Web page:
Since publicly available data has some drawbacks, you should try to obtain more current data for your specific locations. A good source of data to assess labor supply and demand is the jobs postings for each location. To research job postings, you can go on line and manually down load the information or, a more efficient method is to purchase the data from third-party data sources (e.g., Jobs EQ or EMSI).11 To gauge the labor supply in an area, it is helpful to know how long it takes to fill the position. The faster that a position is filled may indicate that there is abundant labor in the area or that labor is relatively mobile.12 For demand, it is helpful to analyze the number of job postings in the region relative to the national average. If the regional postings were higher than the national average, it may indicate that demand is higher in the community.13 Comparing the labor supply with the employer demand is helpful to know whether the wages could rise or remain stable with the addition of your project.14
When analyzing the data, be careful of its limitations. Typically, publicly available data (e.g., U.S. Census, BLS, American Fact Finder) are free; however, there can be lag times between collection, analysis, and publication. Private sources of data are generally more expensive to access but tend to be more current. In some instances, private providers of data use proprietary algorithms to analyze the data that they are collecting. Before relying on the data, you should know that the data is coming from an algorithm rather than raw data so you can ask about the methodologies used in the analysis and whether those methodologies are consistent with your site selection assumptions.
In addition, you should check the source of the data for the date that it was collected, analyzed, and published. If you receive the data from a state or local community, you should request the source so you can analyze the underlying statistics (e.g., sample size, standard deviation, confidence levels and standard error). Data that is out-of-date and lacking substance reflects poorly on economic development organizations and is an indication of whether they will be able to serve your business effectively after locating in their community.
For help with your site selection analysis or insights into your workforce, contact the Duff & Phelps Site Selection and Incentives Advisory team.
1For a discussion of work force training, please see Martha Laboissiere and Mona Mourshed, “Closing the skills gap: creating workforce-development programs that work for everyone”, McKinsey & Company (February 2017).
2According to the Bureau of Labor Statistics website, “The 2018 Standard Occupational Classification (SOC) system is a federal statistical standard used by federal agencies to classify workers into occupational categories for the purpose of collecting, calculating, or disseminating data. All workers are classified into one of 867 detailed occupations according to their occupational definition. To facilitate classification, detailed occupations are combined to form 459 broad occupations, 98 minor groups, and 23 major groups. Detailed occupations in the SOC with similar job duties, and in some cases skills, education, and/or training, are grouped together.” https://www.bls.gov/soc/ For a list of Standard Occupational Classifications, please see Bureau of Labor Statistics, Occupational Employment Statistics, found at: https://www.bls.gov/oes/current/oes_stru.htm.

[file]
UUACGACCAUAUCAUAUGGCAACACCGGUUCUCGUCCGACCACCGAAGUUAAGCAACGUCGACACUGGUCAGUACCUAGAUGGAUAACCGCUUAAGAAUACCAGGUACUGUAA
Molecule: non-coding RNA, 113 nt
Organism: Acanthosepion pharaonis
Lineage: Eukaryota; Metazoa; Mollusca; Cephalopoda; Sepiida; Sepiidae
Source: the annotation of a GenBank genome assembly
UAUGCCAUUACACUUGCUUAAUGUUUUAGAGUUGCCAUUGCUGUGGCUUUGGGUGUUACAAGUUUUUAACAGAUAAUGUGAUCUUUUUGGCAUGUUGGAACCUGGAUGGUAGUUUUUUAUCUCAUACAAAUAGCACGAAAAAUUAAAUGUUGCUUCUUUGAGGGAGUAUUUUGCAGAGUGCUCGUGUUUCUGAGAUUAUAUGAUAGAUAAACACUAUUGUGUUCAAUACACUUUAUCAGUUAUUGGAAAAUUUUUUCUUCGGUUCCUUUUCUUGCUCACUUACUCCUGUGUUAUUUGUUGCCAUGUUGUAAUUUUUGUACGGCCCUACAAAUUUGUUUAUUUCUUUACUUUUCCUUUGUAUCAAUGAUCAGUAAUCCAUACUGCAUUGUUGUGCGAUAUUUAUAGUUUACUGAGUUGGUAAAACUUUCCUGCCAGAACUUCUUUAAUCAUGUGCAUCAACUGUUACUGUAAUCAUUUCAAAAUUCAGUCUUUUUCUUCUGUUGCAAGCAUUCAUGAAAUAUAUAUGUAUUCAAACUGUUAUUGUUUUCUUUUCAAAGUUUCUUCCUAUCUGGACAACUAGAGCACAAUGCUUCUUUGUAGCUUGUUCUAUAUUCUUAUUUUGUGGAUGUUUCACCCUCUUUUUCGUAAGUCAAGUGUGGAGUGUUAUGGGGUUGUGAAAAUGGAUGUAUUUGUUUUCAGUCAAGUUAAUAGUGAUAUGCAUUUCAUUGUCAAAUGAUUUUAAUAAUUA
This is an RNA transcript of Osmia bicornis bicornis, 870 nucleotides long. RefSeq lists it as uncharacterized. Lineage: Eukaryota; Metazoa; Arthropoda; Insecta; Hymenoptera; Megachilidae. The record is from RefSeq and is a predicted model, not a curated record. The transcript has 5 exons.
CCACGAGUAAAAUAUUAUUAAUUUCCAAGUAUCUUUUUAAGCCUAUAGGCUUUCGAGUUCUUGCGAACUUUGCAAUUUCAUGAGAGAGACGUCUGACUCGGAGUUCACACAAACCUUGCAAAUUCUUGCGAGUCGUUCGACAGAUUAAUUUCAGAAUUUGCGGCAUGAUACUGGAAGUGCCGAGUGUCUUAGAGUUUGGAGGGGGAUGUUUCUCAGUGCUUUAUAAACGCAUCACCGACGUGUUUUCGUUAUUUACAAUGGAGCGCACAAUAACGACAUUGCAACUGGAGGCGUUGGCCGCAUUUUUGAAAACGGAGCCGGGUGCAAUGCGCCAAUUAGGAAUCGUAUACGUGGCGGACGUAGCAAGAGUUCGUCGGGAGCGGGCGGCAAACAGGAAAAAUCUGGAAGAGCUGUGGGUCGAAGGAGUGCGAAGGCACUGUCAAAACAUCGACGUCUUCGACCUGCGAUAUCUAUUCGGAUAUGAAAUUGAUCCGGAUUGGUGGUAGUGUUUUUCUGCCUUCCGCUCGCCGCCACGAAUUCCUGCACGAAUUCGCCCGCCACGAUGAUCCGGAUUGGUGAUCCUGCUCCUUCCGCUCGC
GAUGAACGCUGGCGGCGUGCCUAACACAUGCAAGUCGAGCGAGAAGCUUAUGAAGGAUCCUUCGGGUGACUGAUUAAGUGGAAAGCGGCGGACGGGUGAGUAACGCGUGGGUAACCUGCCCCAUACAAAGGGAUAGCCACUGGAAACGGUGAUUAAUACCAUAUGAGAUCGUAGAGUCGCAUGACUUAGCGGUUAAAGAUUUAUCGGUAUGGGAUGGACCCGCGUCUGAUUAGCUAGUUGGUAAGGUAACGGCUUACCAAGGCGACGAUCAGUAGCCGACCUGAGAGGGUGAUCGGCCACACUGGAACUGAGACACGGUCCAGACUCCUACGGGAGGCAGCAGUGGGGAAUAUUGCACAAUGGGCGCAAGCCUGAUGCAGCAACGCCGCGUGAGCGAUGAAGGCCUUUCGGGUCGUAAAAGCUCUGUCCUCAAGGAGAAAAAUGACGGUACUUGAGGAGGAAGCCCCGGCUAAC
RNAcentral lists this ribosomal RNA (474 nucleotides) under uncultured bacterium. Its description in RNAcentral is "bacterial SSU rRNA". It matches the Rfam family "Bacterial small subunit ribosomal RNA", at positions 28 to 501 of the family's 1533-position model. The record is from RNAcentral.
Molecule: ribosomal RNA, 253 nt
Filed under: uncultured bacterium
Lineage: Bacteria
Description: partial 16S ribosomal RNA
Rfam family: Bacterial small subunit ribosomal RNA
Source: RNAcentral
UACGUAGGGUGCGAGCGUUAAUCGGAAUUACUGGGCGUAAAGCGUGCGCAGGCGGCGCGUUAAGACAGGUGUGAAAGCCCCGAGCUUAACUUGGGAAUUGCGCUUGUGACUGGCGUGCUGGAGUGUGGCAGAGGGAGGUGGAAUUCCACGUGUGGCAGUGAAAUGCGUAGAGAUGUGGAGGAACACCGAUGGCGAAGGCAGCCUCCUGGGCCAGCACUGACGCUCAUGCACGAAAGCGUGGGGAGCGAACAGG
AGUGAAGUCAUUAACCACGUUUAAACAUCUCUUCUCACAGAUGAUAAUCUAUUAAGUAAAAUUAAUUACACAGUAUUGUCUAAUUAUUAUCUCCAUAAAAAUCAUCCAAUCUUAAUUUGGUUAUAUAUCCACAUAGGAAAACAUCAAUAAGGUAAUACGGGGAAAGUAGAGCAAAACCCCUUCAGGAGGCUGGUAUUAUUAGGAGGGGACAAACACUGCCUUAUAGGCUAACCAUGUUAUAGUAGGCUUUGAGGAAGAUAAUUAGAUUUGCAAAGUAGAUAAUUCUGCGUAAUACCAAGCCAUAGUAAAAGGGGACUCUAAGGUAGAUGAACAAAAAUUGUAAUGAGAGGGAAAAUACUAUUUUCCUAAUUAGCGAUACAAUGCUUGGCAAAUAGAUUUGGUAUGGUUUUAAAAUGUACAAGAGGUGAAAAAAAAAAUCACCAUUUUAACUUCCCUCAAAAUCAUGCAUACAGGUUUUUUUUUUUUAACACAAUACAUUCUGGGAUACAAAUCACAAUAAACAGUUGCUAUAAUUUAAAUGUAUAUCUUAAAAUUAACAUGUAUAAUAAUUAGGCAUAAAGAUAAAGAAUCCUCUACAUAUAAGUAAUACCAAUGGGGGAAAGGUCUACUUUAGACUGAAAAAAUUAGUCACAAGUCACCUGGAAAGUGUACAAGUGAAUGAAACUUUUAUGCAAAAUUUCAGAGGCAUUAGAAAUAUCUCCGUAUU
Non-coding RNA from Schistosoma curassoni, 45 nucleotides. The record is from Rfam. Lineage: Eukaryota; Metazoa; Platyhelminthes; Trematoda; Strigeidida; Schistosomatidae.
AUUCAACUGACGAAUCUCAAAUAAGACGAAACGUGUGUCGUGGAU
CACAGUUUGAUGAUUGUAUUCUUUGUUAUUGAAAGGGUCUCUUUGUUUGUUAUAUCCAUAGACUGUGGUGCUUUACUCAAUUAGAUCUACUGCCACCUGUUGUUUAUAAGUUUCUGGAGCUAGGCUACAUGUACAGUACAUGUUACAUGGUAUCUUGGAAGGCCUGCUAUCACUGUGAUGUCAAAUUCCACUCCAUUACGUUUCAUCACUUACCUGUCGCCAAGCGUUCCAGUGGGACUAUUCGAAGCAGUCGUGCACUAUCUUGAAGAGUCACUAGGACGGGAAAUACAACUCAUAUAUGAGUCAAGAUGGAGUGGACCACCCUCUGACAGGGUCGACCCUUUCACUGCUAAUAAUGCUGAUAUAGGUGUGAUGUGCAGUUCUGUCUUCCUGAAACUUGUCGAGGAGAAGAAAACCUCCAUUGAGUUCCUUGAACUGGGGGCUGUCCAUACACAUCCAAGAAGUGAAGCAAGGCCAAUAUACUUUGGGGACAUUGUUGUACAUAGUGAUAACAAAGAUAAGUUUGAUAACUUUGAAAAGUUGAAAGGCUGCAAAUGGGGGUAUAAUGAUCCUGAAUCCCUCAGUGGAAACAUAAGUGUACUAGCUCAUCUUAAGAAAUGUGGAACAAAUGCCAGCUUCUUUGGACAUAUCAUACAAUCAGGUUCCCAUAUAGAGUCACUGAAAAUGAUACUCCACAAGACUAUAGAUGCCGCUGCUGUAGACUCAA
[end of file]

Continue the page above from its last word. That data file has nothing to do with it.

3To begin a search for SOCs by industry, please see BLS at: https://www.bls.gov/oes/current/oessrci.htm.
4BLS maps of OES data may be found at: https://www.bls.gov/oes/current/map_changer.htm
5Be careful to adjust your SOCs for the changes in the system that occurred between 2010 and 2018. See a description of the changes at: https://www.bls.gov/soc/2010/home.htm.
7Non-Metropolitan data can be found at: https://data.bls.gov/oes/#/occGeo/One%20occupation%20for%20multiple%20geographical%20areas. County level data can be found at: https://data.bls.gov/PDQWeb/en. For county level data, the OES data is organized by industry.
8Labor force characteristics from the Community Population Survey can be found through BLS’s “Geographic Profile of Employment and Unemployment” searchable database found at: https://www.bls.gov/gps/home.htm#data.
9The Bureau of Economic Analysis defines Location Quotient at: https://www.bea.gov/faq/index.cfm?faq_id=478 and “A location quotient (LQ) is a measure of a region’s industrial specialization relative to a larger geographic unit (usually the nation). An LQ is computed as an industry’s share of a regional total for some economic statistic (earnings, GDP by metropolitan area, employment, etc.) divided by the industry’s share of the national total for the same statistic” found at: https://www.bea.gov/library/_pdf/regional_info.pdf.
10Location Quotients by OES by state, county or MSA may be found at: https://www.bls.gov/oes/current/map_changer.htm.
11For further information on each service, please refer to: http://www.chmuraecon.com/jobseq/real-time-intelligence/; and http://www.economicmodeling.com/2016/08/01/emsis-expanded-job-posting-analytics/.
12James Stinchcomb, “Exploring the Labor Market in Amazon HQ2 Finalist Cities”, Chmura Analytics (April 19, 2018) found at: http://www.chmuraecon.com/blog/2018/april/19/exploring-the-labor-market-in-amazon-hq2-finalist-cities/.